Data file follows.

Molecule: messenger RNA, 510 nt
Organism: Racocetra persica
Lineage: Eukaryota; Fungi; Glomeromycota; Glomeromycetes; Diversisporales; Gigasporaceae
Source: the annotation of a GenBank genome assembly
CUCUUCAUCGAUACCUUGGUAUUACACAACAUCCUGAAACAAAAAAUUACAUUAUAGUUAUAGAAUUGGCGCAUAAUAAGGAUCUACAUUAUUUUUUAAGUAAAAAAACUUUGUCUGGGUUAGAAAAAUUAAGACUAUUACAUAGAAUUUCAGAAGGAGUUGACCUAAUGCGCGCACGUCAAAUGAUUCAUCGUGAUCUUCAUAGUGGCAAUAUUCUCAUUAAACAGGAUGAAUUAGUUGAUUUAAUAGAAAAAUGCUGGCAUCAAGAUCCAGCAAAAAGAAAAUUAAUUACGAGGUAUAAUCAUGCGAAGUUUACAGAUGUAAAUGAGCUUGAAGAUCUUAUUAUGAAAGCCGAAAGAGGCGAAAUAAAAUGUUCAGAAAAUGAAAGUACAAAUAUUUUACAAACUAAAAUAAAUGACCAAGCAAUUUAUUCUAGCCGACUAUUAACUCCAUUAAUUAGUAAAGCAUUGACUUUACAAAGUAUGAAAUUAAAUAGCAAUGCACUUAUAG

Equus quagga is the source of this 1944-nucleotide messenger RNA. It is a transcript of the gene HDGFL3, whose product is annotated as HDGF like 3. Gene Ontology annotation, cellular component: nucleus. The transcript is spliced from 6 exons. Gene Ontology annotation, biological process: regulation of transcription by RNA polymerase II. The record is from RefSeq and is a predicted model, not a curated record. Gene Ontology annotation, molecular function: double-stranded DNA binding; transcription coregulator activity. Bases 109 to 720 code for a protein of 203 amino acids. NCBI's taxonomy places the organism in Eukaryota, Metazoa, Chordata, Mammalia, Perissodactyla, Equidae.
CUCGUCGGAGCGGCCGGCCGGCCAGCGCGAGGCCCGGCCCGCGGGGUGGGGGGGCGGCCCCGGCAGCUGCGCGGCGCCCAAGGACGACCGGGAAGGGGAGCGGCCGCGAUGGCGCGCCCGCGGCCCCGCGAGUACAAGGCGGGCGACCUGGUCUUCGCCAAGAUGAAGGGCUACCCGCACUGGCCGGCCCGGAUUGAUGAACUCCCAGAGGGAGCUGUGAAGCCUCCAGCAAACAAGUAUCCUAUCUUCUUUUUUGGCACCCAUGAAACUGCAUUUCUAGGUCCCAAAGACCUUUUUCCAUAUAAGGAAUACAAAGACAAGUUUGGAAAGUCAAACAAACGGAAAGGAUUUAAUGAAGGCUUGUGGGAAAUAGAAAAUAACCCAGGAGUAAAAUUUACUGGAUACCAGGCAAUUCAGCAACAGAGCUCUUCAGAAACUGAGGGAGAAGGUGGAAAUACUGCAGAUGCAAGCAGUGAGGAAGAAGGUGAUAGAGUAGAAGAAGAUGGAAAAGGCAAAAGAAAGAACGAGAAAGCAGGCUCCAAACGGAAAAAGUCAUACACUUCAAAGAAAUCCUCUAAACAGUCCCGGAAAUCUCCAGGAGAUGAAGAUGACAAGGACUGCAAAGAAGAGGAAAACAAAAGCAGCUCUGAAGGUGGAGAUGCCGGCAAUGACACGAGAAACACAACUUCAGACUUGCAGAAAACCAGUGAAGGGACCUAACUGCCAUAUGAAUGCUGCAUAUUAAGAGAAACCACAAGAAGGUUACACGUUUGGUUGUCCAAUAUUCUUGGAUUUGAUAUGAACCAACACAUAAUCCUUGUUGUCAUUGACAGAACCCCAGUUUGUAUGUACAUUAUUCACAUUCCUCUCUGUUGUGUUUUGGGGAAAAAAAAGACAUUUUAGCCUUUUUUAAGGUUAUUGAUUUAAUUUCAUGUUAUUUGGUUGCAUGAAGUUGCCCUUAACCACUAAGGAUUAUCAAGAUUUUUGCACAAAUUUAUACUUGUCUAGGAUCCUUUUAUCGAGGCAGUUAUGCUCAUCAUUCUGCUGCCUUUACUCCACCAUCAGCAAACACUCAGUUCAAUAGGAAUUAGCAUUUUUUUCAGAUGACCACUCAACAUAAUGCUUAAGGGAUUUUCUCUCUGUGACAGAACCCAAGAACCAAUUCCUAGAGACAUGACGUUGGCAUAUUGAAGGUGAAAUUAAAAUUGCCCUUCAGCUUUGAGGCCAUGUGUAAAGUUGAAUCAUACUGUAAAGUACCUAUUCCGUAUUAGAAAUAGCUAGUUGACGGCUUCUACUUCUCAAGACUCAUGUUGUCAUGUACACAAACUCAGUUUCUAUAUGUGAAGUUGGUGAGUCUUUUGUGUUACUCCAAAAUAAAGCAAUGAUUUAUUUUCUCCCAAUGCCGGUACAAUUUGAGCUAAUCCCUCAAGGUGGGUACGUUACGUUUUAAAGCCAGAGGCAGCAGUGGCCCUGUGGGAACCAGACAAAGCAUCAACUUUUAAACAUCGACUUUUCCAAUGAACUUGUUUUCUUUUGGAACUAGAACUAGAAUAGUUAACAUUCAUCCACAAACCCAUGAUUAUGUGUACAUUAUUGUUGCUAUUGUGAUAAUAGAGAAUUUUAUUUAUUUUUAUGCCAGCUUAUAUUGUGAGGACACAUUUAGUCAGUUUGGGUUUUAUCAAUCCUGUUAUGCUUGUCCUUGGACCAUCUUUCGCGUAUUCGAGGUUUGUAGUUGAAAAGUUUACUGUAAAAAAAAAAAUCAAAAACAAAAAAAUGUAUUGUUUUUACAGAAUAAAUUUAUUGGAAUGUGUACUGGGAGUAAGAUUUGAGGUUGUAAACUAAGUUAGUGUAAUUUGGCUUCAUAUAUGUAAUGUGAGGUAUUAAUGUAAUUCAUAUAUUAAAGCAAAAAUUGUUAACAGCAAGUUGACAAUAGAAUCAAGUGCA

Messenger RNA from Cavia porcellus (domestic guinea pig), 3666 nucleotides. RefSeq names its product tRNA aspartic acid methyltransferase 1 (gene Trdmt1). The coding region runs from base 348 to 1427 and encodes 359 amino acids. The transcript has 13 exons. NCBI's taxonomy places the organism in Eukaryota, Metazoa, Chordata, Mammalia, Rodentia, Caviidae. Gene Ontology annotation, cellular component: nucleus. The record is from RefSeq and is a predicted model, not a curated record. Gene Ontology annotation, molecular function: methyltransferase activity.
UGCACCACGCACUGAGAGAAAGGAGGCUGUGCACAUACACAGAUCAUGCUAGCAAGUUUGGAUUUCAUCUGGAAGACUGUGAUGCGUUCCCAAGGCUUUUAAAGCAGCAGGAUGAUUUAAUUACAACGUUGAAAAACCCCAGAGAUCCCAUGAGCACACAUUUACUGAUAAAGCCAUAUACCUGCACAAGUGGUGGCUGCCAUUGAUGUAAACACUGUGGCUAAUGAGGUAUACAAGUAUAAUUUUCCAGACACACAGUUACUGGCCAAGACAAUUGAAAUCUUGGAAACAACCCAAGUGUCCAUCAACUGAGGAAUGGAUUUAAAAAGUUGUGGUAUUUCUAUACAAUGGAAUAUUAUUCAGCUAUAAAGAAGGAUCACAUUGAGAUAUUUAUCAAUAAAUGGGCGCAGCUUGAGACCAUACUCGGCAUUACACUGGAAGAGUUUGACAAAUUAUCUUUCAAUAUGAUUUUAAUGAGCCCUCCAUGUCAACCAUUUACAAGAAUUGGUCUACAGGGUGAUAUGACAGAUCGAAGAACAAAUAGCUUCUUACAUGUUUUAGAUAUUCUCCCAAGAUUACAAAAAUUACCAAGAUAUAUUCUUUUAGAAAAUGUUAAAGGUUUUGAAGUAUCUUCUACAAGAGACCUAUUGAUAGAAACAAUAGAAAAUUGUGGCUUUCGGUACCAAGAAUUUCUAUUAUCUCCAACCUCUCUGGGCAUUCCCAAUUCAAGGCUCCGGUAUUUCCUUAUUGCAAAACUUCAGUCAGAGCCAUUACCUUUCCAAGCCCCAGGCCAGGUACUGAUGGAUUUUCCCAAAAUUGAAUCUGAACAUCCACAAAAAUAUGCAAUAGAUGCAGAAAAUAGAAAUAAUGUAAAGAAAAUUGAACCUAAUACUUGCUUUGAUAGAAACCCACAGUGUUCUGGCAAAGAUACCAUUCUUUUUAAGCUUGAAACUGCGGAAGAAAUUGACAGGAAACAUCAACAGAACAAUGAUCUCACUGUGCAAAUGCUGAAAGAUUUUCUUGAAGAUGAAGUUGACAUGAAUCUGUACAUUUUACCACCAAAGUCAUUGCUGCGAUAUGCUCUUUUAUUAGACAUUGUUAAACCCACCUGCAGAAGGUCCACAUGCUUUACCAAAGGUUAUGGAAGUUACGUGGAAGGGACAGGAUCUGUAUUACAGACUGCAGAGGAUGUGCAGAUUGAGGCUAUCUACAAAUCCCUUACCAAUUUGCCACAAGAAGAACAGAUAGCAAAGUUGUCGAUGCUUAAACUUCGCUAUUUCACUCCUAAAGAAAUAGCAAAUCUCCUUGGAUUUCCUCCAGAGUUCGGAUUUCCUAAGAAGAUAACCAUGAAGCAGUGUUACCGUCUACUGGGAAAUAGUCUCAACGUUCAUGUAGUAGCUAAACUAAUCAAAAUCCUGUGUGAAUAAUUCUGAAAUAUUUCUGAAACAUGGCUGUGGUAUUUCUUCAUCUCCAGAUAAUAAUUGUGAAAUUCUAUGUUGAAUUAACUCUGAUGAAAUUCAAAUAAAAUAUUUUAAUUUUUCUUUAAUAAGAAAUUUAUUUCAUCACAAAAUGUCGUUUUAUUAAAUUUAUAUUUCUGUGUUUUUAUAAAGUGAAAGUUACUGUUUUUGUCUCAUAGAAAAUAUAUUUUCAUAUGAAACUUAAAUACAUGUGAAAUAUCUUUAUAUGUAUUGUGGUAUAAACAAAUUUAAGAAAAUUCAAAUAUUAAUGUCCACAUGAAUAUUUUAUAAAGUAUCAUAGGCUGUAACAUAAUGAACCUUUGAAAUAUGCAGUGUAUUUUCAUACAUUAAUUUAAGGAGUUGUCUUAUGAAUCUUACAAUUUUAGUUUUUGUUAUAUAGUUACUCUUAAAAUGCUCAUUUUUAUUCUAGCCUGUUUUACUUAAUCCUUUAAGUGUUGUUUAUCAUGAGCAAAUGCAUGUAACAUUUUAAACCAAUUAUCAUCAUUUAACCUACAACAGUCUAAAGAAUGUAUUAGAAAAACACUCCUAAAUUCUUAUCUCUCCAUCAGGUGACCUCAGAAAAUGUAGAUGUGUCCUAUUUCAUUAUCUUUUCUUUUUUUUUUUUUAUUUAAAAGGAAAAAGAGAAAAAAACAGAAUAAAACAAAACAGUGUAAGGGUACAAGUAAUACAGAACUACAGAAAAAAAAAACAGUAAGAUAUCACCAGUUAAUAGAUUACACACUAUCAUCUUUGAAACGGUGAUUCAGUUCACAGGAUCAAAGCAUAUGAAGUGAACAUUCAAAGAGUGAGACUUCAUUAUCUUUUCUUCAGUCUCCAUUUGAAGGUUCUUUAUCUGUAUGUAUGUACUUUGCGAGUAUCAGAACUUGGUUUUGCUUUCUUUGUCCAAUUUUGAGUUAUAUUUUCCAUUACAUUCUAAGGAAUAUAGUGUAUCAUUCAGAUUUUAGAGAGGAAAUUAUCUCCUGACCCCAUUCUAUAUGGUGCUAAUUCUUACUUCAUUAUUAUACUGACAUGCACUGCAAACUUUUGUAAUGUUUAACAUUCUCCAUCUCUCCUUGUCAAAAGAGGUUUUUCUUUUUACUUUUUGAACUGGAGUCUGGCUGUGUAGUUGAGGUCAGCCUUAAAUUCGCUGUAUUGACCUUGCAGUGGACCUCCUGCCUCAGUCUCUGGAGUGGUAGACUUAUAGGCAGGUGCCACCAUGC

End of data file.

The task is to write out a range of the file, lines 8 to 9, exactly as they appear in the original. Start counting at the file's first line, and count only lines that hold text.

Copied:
Messenger RNA from Cavia porcellus (domestic guinea pig), 3666 nucleotides. RefSeq names its product tRNA aspartic acid methyltransferase 1 (gene Trdmt1). The coding region runs from base 348 to 1427 and encodes 359 amino acids. The transcript has 13 exons. NCBI's taxonomy places the organism in Eukaryota, Metazoa, Chordata, Mammalia, Rodentia, Caviidae. Gene Ontology annotation, cellular component: nucleus. The record is from RefSeq and is a predicted model, not a curated record. Gene Ontology annotation, molecular function: methyltransferase activity.
UGCACCACGCACUGAGAGAAAGGAGGCUGUGCACAUACACAGAUCAUGCUAGCAAGUUUGGAUUUCAUCUGGAAGACUGUGAUGCGUUCCCAAGGCUUUUAAAGCAGCAGGAUGAUUUAAUUACAACGUUGAAAAACCCCAGAGAUCCCAUGAGCACACAUUUACUGAUAAAGCCAUAUACCUGCACAAGUGGUGGCUGCCAUUGAUGUAAACACUGUGGCUAAUGAGGUAUACAAGUAUAAUUUUCCAGACACACAGUUACUGGCCAAGACAAUUGAAAUCUUGGAAACAACCCAAGUGUCCAUCAACUGAGGAAUGGAUUUAAAAAGUUGUGGUAUUUCUAUACAAUGGAAUAUUAUUCAGCUAUAAAGAAGGAUCACAUUGAGAUAUUUAUCAAUAAAUGGGCGCAGCUUGAGACCAUACUCGGCAUUACACUGGAAGAGUUUGACAAAUUAUCUUUCAAUAUGAUUUUAAUGAGCCCUCCAUGUCAACCAUUUACAAGAAUUGGUCUACAGGGUGAUAUGACAGAUCGAAGAACAAAUAGCUUCUUACAUGUUUUAGAUAUUCUCCCAAGAUUACAAAAAUUACCAAGAUAUAUUCUUUUAGAAAAUGUUAAAGGUUUUGAAGUAUCUUCUACAAGAGACCUAUUGAUAGAAACAAUAGAAAAUUGUGGCUUUCGGUACCAAGAAUUUCUAUUAUCUCCAACCUCUCUGGGCAUUCCCAAUUCAAGGCUCCGGUAUUUCCUUAUUGCAAAACUUCAGUCAGAGCCAUUACCUUUCCAAGCCCCAGGCCAGGUACUGAUGGAUUUUCCCAAAAUUGAAUCUGAACAUCCACAAAAAUAUGCAAUAGAUGCAGAAAAUAGAAAUAAUGUAAAGAAAAUUGAACCUAAUACUUGCUUUGAUAGAAACCCACAGUGUUCUGGCAAAGAUACCAUUCUUUUUAAGCUUGAAACUGCGGAAGAAAUUGACAGGAAACAUCAACAGAACAAUGAUCUCACUGUGCAAAUGCUGAAAGAUUUUCUUGAAGAUGAAGUUGACAUGAAUCUGUACAUUUUACCACCAAAGUCAUUGCUGCGAUAUGCUCUUUUAUUAGACAUUGUUAAACCCACCUGCAGAAGGUCCACAUGCUUUACCAAAGGUUAUGGAAGUUACGUGGAAGGGACAGGAUCUGUAUUACAGACUGCAGAGGAUGUGCAGAUUGAGGCUAUCUACAAAUCCCUUACCAAUUUGCCACAAGAAGAACAGAUAGCAAAGUUGUCGAUGCUUAAACUUCGCUAUUUCACUCCUAAAGAAAUAGCAAAUCUCCUUGGAUUUCCUCCAGAGUUCGGAUUUCCUAAGAAGAUAACCAUGAAGCAGUGUUACCGUCUACUGGGAAAUAGUCUCAACGUUCAUGUAGUAGCUAAACUAAUCAAAAUCCUGUGUGAAUAAUUCUGAAAUAUUUCUGAAACAUGGCUGUGGUAUUUCUUCAUCUCCAGAUAAUAAUUGUGAAAUUCUAUGUUGAAUUAACUCUGAUGAAAUUCAAAUAAAAUAUUUUAAUUUUUCUUUAAUAAGAAAUUUAUUUCAUCACAAAAUGUCGUUUUAUUAAAUUUAUAUUUCUGUGUUUUUAUAAAGUGAAAGUUACUGUUUUUGUCUCAUAGAAAAUAUAUUUUCAUAUGAAACUUAAAUACAUGUGAAAUAUCUUUAUAUGUAUUGUGGUAUAAACAAAUUUAAGAAAAUUCAAAUAUUAAUGUCCACAUGAAUAUUUUAUAAAGUAUCAUAGGCUGUAACAUAAUGAACCUUUGAAAUAUGCAGUGUAUUUUCAUACAUUAAUUUAAGGAGUUGUCUUAUGAAUCUUACAAUUUUAGUUUUUGUUAUAUAGUUACUCUUAAAAUGCUCAUUUUUAUUCUAGCCUGUUUUACUUAAUCCUUUAAGUGUUGUUUAUCAUGAGCAAAUGCAUGUAACAUUUUAAACCAAUUAUCAUCAUUUAACCUACAACAGUCUAAAGAAUGUAUUAGAAAAACACUCCUAAAUUCUUAUCUCUCCAUCAGGUGACCUCAGAAAAUGUAGAUGUGUCCUAUUUCAUUAUCUUUUCUUUUUUUUUUUUUAUUUAAAAGGAAAAAGAGAAAAAAACAGAAUAAAACAAAACAGUGUAAGGGUACAAGUAAUACAGAACUACAGAAAAAAAAAACAGUAAGAUAUCACCAGUUAAUAGAUUACACACUAUCAUCUUUGAAACGGUGAUUCAGUUCACAGGAUCAAAGCAUAUGAAGUGAACAUUCAAAGAGUGAGACUUCAUUAUCUUUUCUUCAGUCUCCAUUUGAAGGUUCUUUAUCUGUAUGUAUGUACUUUGCGAGUAUCAGAACUUGGUUUUGCUUUCUUUGUCCAAUUUUGAGUUAUAUUUUCCAUUACAUUCUAAGGAAUAUAGUGUAUCAUUCAGAUUUUAGAGAGGAAAUUAUCUCCUGACCCCAUUCUAUAUGGUGCUAAUUCUUACUUCAUUAUUAUACUGACAUGCACUGCAAACUUUUGUAAUGUUUAACAUUCUCCAUCUCUCCUUGUCAAAAGAGGUUUUUCUUUUUACUUUUUGAACUGGAGUCUGGCUGUGUAGUUGAGGUCAGCCUUAAAUUCGCUGUAUUGACCUUGCAGUGGACCUCCUGCCUCAGUCUCUGGAGUGGUAGACUUAUAGGCAGGUGCCACCAUGC